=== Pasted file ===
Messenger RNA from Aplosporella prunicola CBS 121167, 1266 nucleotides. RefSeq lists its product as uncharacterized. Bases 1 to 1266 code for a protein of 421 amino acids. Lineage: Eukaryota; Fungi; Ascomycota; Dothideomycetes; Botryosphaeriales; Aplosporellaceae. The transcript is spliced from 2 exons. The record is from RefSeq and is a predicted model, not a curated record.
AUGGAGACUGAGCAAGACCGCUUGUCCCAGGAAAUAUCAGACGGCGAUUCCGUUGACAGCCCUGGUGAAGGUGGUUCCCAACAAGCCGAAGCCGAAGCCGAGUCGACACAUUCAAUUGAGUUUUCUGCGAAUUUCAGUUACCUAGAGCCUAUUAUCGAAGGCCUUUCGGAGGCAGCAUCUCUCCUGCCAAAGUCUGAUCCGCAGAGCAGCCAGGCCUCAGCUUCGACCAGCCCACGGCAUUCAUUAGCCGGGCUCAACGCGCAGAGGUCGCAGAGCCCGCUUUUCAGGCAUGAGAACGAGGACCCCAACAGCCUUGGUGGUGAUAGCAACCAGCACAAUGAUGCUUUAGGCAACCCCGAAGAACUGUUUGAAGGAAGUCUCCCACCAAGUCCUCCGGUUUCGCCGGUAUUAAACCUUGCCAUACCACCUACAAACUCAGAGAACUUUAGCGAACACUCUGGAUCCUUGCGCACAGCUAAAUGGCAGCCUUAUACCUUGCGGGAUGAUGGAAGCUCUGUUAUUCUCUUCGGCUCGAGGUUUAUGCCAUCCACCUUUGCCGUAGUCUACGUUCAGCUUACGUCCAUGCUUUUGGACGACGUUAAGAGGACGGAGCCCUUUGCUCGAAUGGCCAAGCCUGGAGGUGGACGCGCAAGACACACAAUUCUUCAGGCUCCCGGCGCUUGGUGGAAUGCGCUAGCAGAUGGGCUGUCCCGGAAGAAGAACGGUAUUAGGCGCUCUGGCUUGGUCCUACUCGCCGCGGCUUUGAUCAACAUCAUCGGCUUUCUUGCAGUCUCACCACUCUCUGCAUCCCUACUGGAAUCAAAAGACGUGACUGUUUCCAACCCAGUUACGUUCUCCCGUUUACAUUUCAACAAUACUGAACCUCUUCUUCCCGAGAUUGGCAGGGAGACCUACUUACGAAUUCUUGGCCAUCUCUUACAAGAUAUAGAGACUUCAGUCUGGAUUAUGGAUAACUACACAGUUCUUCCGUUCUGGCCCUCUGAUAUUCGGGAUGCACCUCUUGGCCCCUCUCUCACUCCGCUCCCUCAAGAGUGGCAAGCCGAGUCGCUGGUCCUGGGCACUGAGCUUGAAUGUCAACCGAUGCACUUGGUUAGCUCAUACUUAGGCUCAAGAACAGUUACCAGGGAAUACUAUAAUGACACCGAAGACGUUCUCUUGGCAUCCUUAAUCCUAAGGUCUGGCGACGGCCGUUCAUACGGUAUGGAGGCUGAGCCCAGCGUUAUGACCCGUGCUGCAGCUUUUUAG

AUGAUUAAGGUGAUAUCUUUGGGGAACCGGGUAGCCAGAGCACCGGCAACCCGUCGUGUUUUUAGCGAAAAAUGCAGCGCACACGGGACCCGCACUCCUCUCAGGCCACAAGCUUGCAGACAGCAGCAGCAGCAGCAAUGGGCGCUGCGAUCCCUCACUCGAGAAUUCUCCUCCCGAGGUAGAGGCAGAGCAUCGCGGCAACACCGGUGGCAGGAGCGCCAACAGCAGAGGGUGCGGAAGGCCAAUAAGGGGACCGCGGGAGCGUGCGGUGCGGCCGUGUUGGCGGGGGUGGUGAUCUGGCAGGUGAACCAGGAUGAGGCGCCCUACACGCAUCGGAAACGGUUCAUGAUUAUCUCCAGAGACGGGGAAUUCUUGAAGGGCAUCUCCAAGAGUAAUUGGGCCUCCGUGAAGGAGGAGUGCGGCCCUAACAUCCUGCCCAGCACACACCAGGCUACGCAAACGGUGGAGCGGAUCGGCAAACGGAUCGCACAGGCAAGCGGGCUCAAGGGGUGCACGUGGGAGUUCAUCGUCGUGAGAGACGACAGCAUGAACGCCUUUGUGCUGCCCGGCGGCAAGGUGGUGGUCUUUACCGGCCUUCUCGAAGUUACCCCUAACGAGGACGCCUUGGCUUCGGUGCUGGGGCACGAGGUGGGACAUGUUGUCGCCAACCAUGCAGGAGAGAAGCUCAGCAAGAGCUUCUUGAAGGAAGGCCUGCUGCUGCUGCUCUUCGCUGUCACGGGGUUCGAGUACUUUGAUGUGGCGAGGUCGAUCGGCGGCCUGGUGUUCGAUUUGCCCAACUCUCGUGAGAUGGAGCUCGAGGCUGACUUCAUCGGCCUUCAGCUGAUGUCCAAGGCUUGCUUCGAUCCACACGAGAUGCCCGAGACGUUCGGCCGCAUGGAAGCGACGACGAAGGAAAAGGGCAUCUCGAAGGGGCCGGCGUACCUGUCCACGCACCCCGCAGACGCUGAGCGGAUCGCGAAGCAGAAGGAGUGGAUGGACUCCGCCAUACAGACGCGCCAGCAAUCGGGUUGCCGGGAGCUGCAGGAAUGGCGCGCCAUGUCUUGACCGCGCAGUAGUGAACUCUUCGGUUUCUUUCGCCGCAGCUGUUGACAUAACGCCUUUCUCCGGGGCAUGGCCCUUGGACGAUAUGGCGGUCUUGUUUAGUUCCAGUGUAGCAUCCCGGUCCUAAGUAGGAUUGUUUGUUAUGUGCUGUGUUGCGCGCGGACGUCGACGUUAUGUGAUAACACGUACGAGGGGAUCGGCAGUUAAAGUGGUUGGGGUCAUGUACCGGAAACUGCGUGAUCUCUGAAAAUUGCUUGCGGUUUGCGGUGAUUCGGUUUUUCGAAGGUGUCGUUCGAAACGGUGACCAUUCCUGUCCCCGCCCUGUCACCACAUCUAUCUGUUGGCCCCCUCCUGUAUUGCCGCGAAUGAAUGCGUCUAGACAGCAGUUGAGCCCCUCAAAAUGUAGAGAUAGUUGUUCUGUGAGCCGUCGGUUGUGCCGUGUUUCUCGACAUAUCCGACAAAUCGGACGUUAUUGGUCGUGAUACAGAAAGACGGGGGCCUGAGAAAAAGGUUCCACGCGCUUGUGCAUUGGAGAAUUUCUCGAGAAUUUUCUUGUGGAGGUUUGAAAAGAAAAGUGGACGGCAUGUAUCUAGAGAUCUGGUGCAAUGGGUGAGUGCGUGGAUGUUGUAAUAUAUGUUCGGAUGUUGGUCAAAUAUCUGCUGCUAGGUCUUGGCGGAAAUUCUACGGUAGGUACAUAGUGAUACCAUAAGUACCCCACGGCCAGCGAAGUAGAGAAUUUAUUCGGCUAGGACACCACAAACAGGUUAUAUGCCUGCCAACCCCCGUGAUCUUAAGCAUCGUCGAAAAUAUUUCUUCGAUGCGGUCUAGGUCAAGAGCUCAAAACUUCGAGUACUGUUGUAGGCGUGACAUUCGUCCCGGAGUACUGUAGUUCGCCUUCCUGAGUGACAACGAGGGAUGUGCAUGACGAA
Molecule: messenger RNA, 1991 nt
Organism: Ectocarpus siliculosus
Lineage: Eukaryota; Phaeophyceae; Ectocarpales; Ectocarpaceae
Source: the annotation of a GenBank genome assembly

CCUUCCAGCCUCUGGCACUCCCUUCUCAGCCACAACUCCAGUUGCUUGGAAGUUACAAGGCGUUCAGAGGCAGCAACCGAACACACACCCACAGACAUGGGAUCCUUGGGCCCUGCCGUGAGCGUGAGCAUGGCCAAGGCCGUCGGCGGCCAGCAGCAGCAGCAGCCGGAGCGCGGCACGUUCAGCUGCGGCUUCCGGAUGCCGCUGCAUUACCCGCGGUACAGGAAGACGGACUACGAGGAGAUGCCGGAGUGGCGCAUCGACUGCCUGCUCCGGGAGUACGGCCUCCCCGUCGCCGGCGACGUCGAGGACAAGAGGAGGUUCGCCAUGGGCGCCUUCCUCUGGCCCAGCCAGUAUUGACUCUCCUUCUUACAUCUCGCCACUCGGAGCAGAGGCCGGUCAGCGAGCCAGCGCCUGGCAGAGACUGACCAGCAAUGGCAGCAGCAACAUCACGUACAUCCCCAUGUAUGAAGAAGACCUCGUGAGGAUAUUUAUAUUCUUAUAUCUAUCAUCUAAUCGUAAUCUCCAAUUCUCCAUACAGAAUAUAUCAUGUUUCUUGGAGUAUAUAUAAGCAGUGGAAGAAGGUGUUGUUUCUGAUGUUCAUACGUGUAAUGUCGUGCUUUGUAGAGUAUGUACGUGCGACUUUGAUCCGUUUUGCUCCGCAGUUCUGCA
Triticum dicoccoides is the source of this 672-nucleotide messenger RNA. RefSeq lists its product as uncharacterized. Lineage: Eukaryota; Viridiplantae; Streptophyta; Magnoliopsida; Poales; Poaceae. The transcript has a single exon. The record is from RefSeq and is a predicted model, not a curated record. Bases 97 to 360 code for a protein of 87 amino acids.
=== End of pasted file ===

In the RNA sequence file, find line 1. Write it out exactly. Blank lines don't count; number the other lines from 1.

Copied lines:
Messenger RNA from Aplosporella prunicola CBS 121167, 1266 nucleotides. RefSeq lists its product as uncharacterized. Bases 1 to 1266 code for a protein of 421 amino acids. Lineage: Eukaryota; Fungi; Ascomycota; Dothideomycetes; Botryosphaeriales; Aplosporellaceae. The transcript is spliced from 2 exons. The record is from RefSeq and is a predicted model, not a curated record.